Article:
Womb at Coombe: Hospital play imagines what giving birth will be like in 100 years

Womb at Coombe: Hospital play imagines what giving birth will be like in 100 years
Maud Hendricks and Bernie O’Reilly of Outlandish Theatre Platform in rehearsals at the Coombe Women and Infants University Hospital.

Coombe Hospital’s theatre company in residence is to stage WOMB , a play which imagines birthing 100 years from now, writes Marjorie Brennan

MEDICINE and the arts may not appear to be natural bedfellows — the reflective and imaginative nature of creativity at odds with the often intense and proactive practice of healthcare. However, in recent years, many hospitals have seen the positive impact of incorporating artistic practice in a medical setting, with patients, staff and the surrounding community all benefitting.

Outlandish Theatre Platform, founded by Maud Hendricks and Bernie O’Reilly, is the first theatre company in residence at the Coombe Women and Infants University Hospital in Dublin. As part of this year’s First Fortnight Mental Health Art and Culture Festival, it is staging a production called WOMB, an experimental piece exploring birthing and women’s rights in an imagined Dublin 100 years from now. They have been working with the Coombe for three years and according to Hendricks, it has been a unique and rewarding experience.

“It is such an amazing and exciting place to be, as birth is one of the most life-changing experiences,” she says.

The Coombe hospital has been in existence since 1823 and is very much rooted in the community from which it takes its name, a historic and vibrant part of Dublin city, now home to a diverse population. Hendricks says this very much informs their collaboration with the hospital; WOMB features two professional performers and five community participants.

“One in three babies in the Coombe are born to non-Irish-born mothers — it’s the birthing ground of the new Ireland. Being in the Coombe is lovely, because you experience that diversity and all the different experiences.”

Every week, Outlandish hosts an open theatre practice for people from the hospital and those from the wider Dublin 8 community.

“It’s a performance-making workshop of about an hour and a half and we have people who have worked on previous projects as well as those who have heard about our work by word of mouth,” says Hendricks. “A maternity hospital is not the most natural place for arts practice, but it makes for an interesting dynamic.”

The issues around reproductive rights and birth which WOMB examines have been much discussed in Ireland in recent years, largely due to the referendum on the eighth amendment. The dystopian treatment of the topic is also a familiar theme, thanks to the TV adaptation of Margaret Atwood’s novel The Handmaid’s Tale.

“[This piece] touches on birth control in the future, there’s planetary change and potential birth restrictions in place to save humanity. Putting the story in the future is a way to distance ourselves slightly from the reality and... maybe find a new perspective to discuss this in a wider context of society,” says Hendricks.

While there are obviously complex issues involved in such work, she says their aim is to explore these rather than come to any conclusions.

“Obviously, my womb is very much a part of my personal body and I don’t think anyone has a right over it. [But] we frame ourselves as a theatre of inquiry, our process is about finding questions rather than making a moral statement. We have our personal beliefs about choice and they’re clear among the people we’ve developed the concept with, but we’re also trying to ask searching questions, questions we don’t know the answers to.”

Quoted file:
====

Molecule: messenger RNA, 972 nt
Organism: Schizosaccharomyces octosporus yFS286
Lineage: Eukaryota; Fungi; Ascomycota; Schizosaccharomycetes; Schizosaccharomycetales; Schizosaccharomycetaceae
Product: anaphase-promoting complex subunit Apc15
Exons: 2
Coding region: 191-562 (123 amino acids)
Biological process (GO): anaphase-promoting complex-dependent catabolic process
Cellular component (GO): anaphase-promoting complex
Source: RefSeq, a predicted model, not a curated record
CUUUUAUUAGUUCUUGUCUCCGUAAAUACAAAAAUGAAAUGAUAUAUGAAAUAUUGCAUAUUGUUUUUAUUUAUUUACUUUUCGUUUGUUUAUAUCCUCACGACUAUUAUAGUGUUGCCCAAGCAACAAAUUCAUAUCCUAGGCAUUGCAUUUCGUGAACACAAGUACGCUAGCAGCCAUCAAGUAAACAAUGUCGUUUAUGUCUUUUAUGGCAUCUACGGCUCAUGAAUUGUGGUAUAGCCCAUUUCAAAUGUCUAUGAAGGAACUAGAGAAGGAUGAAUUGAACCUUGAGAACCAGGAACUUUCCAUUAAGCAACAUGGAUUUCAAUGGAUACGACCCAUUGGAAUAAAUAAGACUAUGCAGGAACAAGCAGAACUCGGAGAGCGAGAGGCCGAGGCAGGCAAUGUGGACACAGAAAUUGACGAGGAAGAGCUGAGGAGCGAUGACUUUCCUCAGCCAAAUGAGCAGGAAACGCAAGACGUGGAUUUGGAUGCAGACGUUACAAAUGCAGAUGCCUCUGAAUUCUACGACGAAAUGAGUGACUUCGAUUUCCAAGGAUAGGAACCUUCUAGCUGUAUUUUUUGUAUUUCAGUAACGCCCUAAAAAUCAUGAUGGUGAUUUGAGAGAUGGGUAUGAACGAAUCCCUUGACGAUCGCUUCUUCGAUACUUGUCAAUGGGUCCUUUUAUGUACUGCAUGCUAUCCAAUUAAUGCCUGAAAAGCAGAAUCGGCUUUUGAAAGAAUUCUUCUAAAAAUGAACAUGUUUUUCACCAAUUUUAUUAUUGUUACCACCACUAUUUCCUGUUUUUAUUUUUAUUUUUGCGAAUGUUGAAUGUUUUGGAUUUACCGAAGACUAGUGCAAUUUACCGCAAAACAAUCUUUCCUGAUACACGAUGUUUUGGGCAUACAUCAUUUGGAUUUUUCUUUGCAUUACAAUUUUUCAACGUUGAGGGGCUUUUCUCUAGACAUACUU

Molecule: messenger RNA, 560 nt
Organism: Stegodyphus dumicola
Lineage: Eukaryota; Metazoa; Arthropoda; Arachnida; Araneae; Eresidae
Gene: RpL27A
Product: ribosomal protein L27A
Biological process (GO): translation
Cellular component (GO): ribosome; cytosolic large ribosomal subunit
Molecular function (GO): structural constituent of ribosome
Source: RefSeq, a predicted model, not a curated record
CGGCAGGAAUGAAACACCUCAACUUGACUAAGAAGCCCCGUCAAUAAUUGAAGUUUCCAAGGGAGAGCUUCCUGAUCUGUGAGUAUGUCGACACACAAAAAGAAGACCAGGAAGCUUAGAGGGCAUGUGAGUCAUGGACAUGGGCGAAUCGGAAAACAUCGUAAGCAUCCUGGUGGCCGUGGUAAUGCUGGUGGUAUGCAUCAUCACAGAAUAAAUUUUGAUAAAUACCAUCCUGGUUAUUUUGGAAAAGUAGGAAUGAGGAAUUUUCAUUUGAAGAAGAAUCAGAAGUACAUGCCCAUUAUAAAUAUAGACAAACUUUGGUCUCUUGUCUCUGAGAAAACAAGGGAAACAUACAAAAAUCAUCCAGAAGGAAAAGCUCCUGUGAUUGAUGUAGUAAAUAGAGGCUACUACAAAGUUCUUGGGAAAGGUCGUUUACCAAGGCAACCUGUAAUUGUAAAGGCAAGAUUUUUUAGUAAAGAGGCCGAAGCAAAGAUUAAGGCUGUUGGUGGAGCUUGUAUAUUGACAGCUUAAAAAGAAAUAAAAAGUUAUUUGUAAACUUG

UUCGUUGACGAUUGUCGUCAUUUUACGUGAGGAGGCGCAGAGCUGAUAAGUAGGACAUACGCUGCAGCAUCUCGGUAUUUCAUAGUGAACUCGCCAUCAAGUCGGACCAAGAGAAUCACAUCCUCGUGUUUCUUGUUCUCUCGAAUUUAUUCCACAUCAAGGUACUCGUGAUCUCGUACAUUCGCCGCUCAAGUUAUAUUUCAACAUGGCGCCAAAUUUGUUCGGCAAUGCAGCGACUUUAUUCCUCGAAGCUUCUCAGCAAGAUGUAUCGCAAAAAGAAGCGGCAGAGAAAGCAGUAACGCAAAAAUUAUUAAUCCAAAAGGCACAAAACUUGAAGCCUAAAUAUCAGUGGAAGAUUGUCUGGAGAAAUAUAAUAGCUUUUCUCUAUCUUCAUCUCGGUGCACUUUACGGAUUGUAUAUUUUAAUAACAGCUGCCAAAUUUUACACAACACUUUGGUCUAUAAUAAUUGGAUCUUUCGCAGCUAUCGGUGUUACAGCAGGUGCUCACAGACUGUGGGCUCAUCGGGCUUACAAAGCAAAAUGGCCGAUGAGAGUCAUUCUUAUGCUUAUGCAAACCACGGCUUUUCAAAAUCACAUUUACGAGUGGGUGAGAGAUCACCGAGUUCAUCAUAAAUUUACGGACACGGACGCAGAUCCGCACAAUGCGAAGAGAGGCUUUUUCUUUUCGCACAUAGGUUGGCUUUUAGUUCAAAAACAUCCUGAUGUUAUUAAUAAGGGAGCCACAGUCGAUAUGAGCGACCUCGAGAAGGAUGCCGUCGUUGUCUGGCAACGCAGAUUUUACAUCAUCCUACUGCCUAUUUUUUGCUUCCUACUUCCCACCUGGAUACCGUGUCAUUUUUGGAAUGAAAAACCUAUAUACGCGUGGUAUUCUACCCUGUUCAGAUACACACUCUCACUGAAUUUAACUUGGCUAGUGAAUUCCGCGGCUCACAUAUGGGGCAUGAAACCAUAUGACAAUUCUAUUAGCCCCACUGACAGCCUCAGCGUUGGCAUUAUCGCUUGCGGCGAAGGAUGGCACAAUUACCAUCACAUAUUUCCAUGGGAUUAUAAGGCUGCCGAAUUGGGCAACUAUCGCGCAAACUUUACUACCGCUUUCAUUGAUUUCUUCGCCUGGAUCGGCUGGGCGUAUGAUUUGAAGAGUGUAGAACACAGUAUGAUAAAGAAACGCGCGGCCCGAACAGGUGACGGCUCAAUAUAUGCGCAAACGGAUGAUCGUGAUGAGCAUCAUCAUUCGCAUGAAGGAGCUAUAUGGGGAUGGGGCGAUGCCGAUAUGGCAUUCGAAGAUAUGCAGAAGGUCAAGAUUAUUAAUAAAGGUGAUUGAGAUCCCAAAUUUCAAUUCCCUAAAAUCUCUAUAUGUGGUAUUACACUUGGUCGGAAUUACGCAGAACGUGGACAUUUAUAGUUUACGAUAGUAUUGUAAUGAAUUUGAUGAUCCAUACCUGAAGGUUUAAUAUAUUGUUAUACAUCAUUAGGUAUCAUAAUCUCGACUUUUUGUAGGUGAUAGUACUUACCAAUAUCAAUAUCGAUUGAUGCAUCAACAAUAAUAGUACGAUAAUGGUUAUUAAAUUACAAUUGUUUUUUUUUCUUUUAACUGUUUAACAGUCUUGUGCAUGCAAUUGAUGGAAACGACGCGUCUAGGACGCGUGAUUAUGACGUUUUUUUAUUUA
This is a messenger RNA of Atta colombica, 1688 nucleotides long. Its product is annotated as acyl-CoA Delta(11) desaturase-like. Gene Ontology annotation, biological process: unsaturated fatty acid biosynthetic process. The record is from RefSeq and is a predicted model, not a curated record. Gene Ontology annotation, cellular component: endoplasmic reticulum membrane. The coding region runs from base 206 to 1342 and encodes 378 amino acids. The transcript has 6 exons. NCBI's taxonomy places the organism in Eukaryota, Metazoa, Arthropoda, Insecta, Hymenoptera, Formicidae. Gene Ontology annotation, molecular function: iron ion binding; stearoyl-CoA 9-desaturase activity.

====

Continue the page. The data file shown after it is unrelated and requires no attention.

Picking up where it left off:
While artistic therapy is now more common in healthcare, Hendricks says that the theatrical practice that Outlandish espouses has different aims.

“That’s not our focus, but most people would feel it has a large therapeutic benefit for them.

“Definitely, there are therapeutic factors, and people do have revelatory experiences, but that’s not our area of expertise. We’re not therapists — we’re facilitators, professional theatre-makers trained in performance.”

For the production of WOMB, O’Reilly and Hendricks engaged in a long process of research and development, interviewing midwives and other staff members of the Coombe.

“It’s a conversation, there is a lot of sharing involved,” says Hendricks.

One of the staff members involved in the process was midwife Shelley Carlisle, who extols the benefits of having a theatre in residence in the Coombe.

“For staff, it is an excellent outlet for what can be a stressful job. [Maternity] is a very emotive medicine, we have such highs and lows. Any form of art is beneficial, but especially theatre because you are able to play out scenarios. People probably see medicine and the arts as being opposed and they might scoff at bringing in theatre but it has worked really well in the Coombe, where a lot of the staff are involved in the arts.”

Hendricks says they are very aware of the pressure under which staff at the hospital operate.

“What we do is a very gentle entering into the hospital sphere itself, it is about tracking the pressure staff are under and when we do something we want to contribute to their experience or give something back.”

Outlandish Theatre Platform, in partnership with First Fortnight Europe and the Coombe Hospital, presents WOMB, Jan 14-19, 8pm, Dance Studio at Samuel Beckett Centre. Matinee, 2pm, Saturday, Jan 19. Tickets: €15/€12 https://bit.ly/2DTO0MO

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